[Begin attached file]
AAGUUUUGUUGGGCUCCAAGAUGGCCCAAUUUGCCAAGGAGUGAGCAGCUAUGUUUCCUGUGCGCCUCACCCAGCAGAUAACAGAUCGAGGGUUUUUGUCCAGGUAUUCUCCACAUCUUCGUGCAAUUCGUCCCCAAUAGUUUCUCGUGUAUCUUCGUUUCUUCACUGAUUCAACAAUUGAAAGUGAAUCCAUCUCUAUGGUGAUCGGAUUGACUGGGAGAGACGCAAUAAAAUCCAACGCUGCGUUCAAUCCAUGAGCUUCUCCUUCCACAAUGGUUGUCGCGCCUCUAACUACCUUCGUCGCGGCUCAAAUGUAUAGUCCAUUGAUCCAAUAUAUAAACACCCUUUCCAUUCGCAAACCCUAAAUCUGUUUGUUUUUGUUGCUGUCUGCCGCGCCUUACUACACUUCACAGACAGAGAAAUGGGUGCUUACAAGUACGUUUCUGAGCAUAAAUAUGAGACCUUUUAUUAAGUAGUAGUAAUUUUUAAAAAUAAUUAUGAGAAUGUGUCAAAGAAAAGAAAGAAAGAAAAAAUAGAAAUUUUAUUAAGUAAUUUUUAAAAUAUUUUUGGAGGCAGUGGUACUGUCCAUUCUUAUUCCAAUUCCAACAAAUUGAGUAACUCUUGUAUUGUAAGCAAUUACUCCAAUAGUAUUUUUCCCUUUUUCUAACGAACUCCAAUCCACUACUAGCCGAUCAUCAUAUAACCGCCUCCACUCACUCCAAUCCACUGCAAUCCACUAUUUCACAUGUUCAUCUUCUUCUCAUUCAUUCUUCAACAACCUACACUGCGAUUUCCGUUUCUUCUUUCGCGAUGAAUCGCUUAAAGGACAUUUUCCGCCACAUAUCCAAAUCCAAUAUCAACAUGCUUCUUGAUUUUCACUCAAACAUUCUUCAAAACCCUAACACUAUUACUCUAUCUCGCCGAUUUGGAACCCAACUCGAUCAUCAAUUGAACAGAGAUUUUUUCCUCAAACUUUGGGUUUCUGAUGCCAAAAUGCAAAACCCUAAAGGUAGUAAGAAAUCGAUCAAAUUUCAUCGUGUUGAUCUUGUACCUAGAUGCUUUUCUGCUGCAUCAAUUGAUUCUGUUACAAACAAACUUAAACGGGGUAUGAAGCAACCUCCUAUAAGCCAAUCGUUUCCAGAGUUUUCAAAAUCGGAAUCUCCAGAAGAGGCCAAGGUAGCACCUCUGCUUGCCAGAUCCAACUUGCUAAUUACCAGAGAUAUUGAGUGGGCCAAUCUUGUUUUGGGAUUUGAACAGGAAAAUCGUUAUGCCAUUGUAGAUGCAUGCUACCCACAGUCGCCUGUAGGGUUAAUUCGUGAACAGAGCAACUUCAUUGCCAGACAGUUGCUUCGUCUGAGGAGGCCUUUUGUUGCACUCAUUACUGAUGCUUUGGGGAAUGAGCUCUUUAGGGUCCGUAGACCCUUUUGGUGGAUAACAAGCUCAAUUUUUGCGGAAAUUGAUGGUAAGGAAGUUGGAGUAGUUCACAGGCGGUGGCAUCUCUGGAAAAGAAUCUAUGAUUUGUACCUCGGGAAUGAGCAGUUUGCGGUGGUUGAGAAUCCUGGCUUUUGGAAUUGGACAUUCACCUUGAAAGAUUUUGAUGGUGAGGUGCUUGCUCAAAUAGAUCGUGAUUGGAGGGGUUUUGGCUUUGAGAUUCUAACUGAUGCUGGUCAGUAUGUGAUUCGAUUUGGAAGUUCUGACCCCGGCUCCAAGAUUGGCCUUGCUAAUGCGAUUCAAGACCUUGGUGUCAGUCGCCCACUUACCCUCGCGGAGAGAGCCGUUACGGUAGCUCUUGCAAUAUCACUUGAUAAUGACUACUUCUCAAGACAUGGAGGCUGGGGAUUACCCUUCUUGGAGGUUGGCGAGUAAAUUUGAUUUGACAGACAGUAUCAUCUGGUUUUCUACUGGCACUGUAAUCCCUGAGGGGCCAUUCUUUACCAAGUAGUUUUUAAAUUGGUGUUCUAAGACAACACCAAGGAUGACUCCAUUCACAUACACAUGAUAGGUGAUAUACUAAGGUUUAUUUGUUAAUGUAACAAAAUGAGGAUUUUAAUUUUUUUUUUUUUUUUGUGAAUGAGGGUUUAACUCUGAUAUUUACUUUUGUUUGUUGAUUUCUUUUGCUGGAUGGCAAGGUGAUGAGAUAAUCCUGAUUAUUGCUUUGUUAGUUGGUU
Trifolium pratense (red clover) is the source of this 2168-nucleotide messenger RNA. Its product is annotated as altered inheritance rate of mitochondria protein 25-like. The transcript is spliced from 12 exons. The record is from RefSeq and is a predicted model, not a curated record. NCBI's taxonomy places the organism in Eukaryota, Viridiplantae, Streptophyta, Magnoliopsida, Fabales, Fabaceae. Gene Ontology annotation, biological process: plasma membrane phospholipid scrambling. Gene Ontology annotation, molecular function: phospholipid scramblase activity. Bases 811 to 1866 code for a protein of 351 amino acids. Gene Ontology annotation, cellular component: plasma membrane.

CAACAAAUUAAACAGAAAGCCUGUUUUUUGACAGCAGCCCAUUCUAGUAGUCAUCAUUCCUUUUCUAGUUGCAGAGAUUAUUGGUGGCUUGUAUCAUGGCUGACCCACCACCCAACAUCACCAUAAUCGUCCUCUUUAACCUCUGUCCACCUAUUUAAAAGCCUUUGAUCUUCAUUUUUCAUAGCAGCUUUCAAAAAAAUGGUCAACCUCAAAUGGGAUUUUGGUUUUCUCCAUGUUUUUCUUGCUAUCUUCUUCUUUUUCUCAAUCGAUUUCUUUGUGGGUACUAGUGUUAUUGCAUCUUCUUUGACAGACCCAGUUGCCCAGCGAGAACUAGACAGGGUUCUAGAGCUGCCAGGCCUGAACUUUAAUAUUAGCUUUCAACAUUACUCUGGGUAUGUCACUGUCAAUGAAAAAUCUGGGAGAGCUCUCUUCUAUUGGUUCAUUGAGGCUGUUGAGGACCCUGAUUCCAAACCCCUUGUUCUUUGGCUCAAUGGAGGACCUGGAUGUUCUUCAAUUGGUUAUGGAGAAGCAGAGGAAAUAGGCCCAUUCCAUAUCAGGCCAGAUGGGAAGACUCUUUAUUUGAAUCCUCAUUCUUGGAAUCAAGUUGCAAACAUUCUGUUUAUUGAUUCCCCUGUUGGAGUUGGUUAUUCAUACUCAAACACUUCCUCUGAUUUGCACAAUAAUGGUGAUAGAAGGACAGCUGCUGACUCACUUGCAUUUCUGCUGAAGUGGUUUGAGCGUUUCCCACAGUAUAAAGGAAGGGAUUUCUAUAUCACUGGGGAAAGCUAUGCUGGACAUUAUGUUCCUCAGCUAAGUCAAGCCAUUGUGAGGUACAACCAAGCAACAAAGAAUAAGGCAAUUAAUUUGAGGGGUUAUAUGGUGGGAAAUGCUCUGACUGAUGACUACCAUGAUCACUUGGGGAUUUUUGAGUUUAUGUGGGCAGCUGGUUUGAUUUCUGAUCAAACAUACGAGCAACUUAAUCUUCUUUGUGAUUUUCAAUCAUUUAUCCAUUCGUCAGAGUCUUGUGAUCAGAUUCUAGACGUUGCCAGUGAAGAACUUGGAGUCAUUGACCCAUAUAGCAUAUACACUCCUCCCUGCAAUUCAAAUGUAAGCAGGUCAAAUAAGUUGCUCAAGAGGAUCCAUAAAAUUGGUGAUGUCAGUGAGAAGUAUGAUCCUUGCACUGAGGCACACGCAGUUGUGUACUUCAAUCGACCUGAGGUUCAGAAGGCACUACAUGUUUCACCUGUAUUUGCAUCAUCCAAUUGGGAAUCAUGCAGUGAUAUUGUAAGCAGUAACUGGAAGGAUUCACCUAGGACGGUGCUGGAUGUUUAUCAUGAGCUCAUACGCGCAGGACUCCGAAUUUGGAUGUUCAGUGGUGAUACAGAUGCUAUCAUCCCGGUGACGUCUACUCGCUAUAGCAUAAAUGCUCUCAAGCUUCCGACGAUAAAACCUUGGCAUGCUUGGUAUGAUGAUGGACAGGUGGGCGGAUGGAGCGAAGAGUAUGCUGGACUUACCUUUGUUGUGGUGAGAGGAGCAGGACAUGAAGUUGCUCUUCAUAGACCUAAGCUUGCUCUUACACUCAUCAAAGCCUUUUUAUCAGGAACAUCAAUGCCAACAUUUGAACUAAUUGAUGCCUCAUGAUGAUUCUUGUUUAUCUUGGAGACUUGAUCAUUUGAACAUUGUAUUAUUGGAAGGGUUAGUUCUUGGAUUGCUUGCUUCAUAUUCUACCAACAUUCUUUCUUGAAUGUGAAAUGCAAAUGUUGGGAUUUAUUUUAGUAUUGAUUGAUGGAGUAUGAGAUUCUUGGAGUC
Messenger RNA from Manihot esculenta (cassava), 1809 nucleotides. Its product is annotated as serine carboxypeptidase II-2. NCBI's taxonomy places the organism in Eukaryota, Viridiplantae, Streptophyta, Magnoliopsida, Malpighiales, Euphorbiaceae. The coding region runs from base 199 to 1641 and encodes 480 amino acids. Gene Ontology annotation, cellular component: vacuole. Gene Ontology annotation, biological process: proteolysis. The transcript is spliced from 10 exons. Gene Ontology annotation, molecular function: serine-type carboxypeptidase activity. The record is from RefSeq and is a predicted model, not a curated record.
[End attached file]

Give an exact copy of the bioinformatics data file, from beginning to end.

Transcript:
AAGUUUUGUUGGGCUCCAAGAUGGCCCAAUUUGCCAAGGAGUGAGCAGCUAUGUUUCCUGUGCGCCUCACCCAGCAGAUAACAGAUCGAGGGUUUUUGUCCAGGUAUUCUCCACAUCUUCGUGCAAUUCGUCCCCAAUAGUUUCUCGUGUAUCUUCGUUUCUUCACUGAUUCAACAAUUGAAAGUGAAUCCAUCUCUAUGGUGAUCGGAUUGACUGGGAGAGACGCAAUAAAAUCCAACGCUGCGUUCAAUCCAUGAGCUUCUCCUUCCACAAUGGUUGUCGCGCCUCUAACUACCUUCGUCGCGGCUCAAAUGUAUAGUCCAUUGAUCCAAUAUAUAAACACCCUUUCCAUUCGCAAACCCUAAAUCUGUUUGUUUUUGUUGCUGUCUGCCGCGCCUUACUACACUUCACAGACAGAGAAAUGGGUGCUUACAAGUACGUUUCUGAGCAUAAAUAUGAGACCUUUUAUUAAGUAGUAGUAAUUUUUAAAAAUAAUUAUGAGAAUGUGUCAAAGAAAAGAAAGAAAGAAAAAAUAGAAAUUUUAUUAAGUAAUUUUUAAAAUAUUUUUGGAGGCAGUGGUACUGUCCAUUCUUAUUCCAAUUCCAACAAAUUGAGUAACUCUUGUAUUGUAAGCAAUUACUCCAAUAGUAUUUUUCCCUUUUUCUAACGAACUCCAAUCCACUACUAGCCGAUCAUCAUAUAACCGCCUCCACUCACUCCAAUCCACUGCAAUCCACUAUUUCACAUGUUCAUCUUCUUCUCAUUCAUUCUUCAACAACCUACACUGCGAUUUCCGUUUCUUCUUUCGCGAUGAAUCGCUUAAAGGACAUUUUCCGCCACAUAUCCAAAUCCAAUAUCAACAUGCUUCUUGAUUUUCACUCAAACAUUCUUCAAAACCCUAACACUAUUACUCUAUCUCGCCGAUUUGGAACCCAACUCGAUCAUCAAUUGAACAGAGAUUUUUUCCUCAAACUUUGGGUUUCUGAUGCCAAAAUGCAAAACCCUAAAGGUAGUAAGAAAUCGAUCAAAUUUCAUCGUGUUGAUCUUGUACCUAGAUGCUUUUCUGCUGCAUCAAUUGAUUCUGUUACAAACAAACUUAAACGGGGUAUGAAGCAACCUCCUAUAAGCCAAUCGUUUCCAGAGUUUUCAAAAUCGGAAUCUCCAGAAGAGGCCAAGGUAGCACCUCUGCUUGCCAGAUCCAACUUGCUAAUUACCAGAGAUAUUGAGUGGGCCAAUCUUGUUUUGGGAUUUGAACAGGAAAAUCGUUAUGCCAUUGUAGAUGCAUGCUACCCACAGUCGCCUGUAGGGUUAAUUCGUGAACAGAGCAACUUCAUUGCCAGACAGUUGCUUCGUCUGAGGAGGCCUUUUGUUGCACUCAUUACUGAUGCUUUGGGGAAUGAGCUCUUUAGGGUCCGUAGACCCUUUUGGUGGAUAACAAGCUCAAUUUUUGCGGAAAUUGAUGGUAAGGAAGUUGGAGUAGUUCACAGGCGGUGGCAUCUCUGGAAAAGAAUCUAUGAUUUGUACCUCGGGAAUGAGCAGUUUGCGGUGGUUGAGAAUCCUGGCUUUUGGAAUUGGACAUUCACCUUGAAAGAUUUUGAUGGUGAGGUGCUUGCUCAAAUAGAUCGUGAUUGGAGGGGUUUUGGCUUUGAGAUUCUAACUGAUGCUGGUCAGUAUGUGAUUCGAUUUGGAAGUUCUGACCCCGGCUCCAAGAUUGGCCUUGCUAAUGCGAUUCAAGACCUUGGUGUCAGUCGCCCACUUACCCUCGCGGAGAGAGCCGUUACGGUAGCUCUUGCAAUAUCACUUGAUAAUGACUACUUCUCAAGACAUGGAGGCUGGGGAUUACCCUUCUUGGAGGUUGGCGAGUAAAUUUGAUUUGACAGACAGUAUCAUCUGGUUUUCUACUGGCACUGUAAUCCCUGAGGGGCCAUUCUUUACCAAGUAGUUUUUAAAUUGGUGUUCUAAGACAACACCAAGGAUGACUCCAUUCACAUACACAUGAUAGGUGAUAUACUAAGGUUUAUUUGUUAAUGUAACAAAAUGAGGAUUUUAAUUUUUUUUUUUUUUUUGUGAAUGAGGGUUUAACUCUGAUAUUUACUUUUGUUUGUUGAUUUCUUUUGCUGGAUGGCAAGGUGAUGAGAUAAUCCUGAUUAUUGCUUUGUUAGUUGGUU
Trifolium pratense (red clover) is the source of this 2168-nucleotide messenger RNA. Its product is annotated as altered inheritance rate of mitochondria protein 25-like. The transcript is spliced from 12 exons. The record is from RefSeq and is a predicted model, not a curated record. NCBI's taxonomy places the organism in Eukaryota, Viridiplantae, Streptophyta, Magnoliopsida, Fabales, Fabaceae. Gene Ontology annotation, biological process: plasma membrane phospholipid scrambling. Gene Ontology annotation, molecular function: phospholipid scramblase activity. Bases 811 to 1866 code for a protein of 351 amino acids. Gene Ontology annotation, cellular component: plasma membrane.

CAACAAAUUAAACAGAAAGCCUGUUUUUUGACAGCAGCCCAUUCUAGUAGUCAUCAUUCCUUUUCUAGUUGCAGAGAUUAUUGGUGGCUUGUAUCAUGGCUGACCCACCACCCAACAUCACCAUAAUCGUCCUCUUUAACCUCUGUCCACCUAUUUAAAAGCCUUUGAUCUUCAUUUUUCAUAGCAGCUUUCAAAAAAAUGGUCAACCUCAAAUGGGAUUUUGGUUUUCUCCAUGUUUUUCUUGCUAUCUUCUUCUUUUUCUCAAUCGAUUUCUUUGUGGGUACUAGUGUUAUUGCAUCUUCUUUGACAGACCCAGUUGCCCAGCGAGAACUAGACAGGGUUCUAGAGCUGCCAGGCCUGAACUUUAAUAUUAGCUUUCAACAUUACUCUGGGUAUGUCACUGUCAAUGAAAAAUCUGGGAGAGCUCUCUUCUAUUGGUUCAUUGAGGCUGUUGAGGACCCUGAUUCCAAACCCCUUGUUCUUUGGCUCAAUGGAGGACCUGGAUGUUCUUCAAUUGGUUAUGGAGAAGCAGAGGAAAUAGGCCCAUUCCAUAUCAGGCCAGAUGGGAAGACUCUUUAUUUGAAUCCUCAUUCUUGGAAUCAAGUUGCAAACAUUCUGUUUAUUGAUUCCCCUGUUGGAGUUGGUUAUUCAUACUCAAACACUUCCUCUGAUUUGCACAAUAAUGGUGAUAGAAGGACAGCUGCUGACUCACUUGCAUUUCUGCUGAAGUGGUUUGAGCGUUUCCCACAGUAUAAAGGAAGGGAUUUCUAUAUCACUGGGGAAAGCUAUGCUGGACAUUAUGUUCCUCAGCUAAGUCAAGCCAUUGUGAGGUACAACCAAGCAACAAAGAAUAAGGCAAUUAAUUUGAGGGGUUAUAUGGUGGGAAAUGCUCUGACUGAUGACUACCAUGAUCACUUGGGGAUUUUUGAGUUUAUGUGGGCAGCUGGUUUGAUUUCUGAUCAAACAUACGAGCAACUUAAUCUUCUUUGUGAUUUUCAAUCAUUUAUCCAUUCGUCAGAGUCUUGUGAUCAGAUUCUAGACGUUGCCAGUGAAGAACUUGGAGUCAUUGACCCAUAUAGCAUAUACACUCCUCCCUGCAAUUCAAAUGUAAGCAGGUCAAAUAAGUUGCUCAAGAGGAUCCAUAAAAUUGGUGAUGUCAGUGAGAAGUAUGAUCCUUGCACUGAGGCACACGCAGUUGUGUACUUCAAUCGACCUGAGGUUCAGAAGGCACUACAUGUUUCACCUGUAUUUGCAUCAUCCAAUUGGGAAUCAUGCAGUGAUAUUGUAAGCAGUAACUGGAAGGAUUCACCUAGGACGGUGCUGGAUGUUUAUCAUGAGCUCAUACGCGCAGGACUCCGAAUUUGGAUGUUCAGUGGUGAUACAGAUGCUAUCAUCCCGGUGACGUCUACUCGCUAUAGCAUAAAUGCUCUCAAGCUUCCGACGAUAAAACCUUGGCAUGCUUGGUAUGAUGAUGGACAGGUGGGCGGAUGGAGCGAAGAGUAUGCUGGACUUACCUUUGUUGUGGUGAGAGGAGCAGGACAUGAAGUUGCUCUUCAUAGACCUAAGCUUGCUCUUACACUCAUCAAAGCCUUUUUAUCAGGAACAUCAAUGCCAACAUUUGAACUAAUUGAUGCCUCAUGAUGAUUCUUGUUUAUCUUGGAGACUUGAUCAUUUGAACAUUGUAUUAUUGGAAGGGUUAGUUCUUGGAUUGCUUGCUUCAUAUUCUACCAACAUUCUUUCUUGAAUGUGAAAUGCAAAUGUUGGGAUUUAUUUUAGUAUUGAUUGAUGGAGUAUGAGAUUCUUGGAGUC
Messenger RNA from Manihot esculenta (cassava), 1809 nucleotides. Its product is annotated as serine carboxypeptidase II-2. NCBI's taxonomy places the organism in Eukaryota, Viridiplantae, Streptophyta, Magnoliopsida, Malpighiales, Euphorbiaceae. The coding region runs from base 199 to 1641 and encodes 480 amino acids. Gene Ontology annotation, cellular component: vacuole. Gene Ontology annotation, biological process: proteolysis. The transcript is spliced from 10 exons. Gene Ontology annotation, molecular function: serine-type carboxypeptidase activity. The record is from RefSeq and is a predicted model, not a curated record.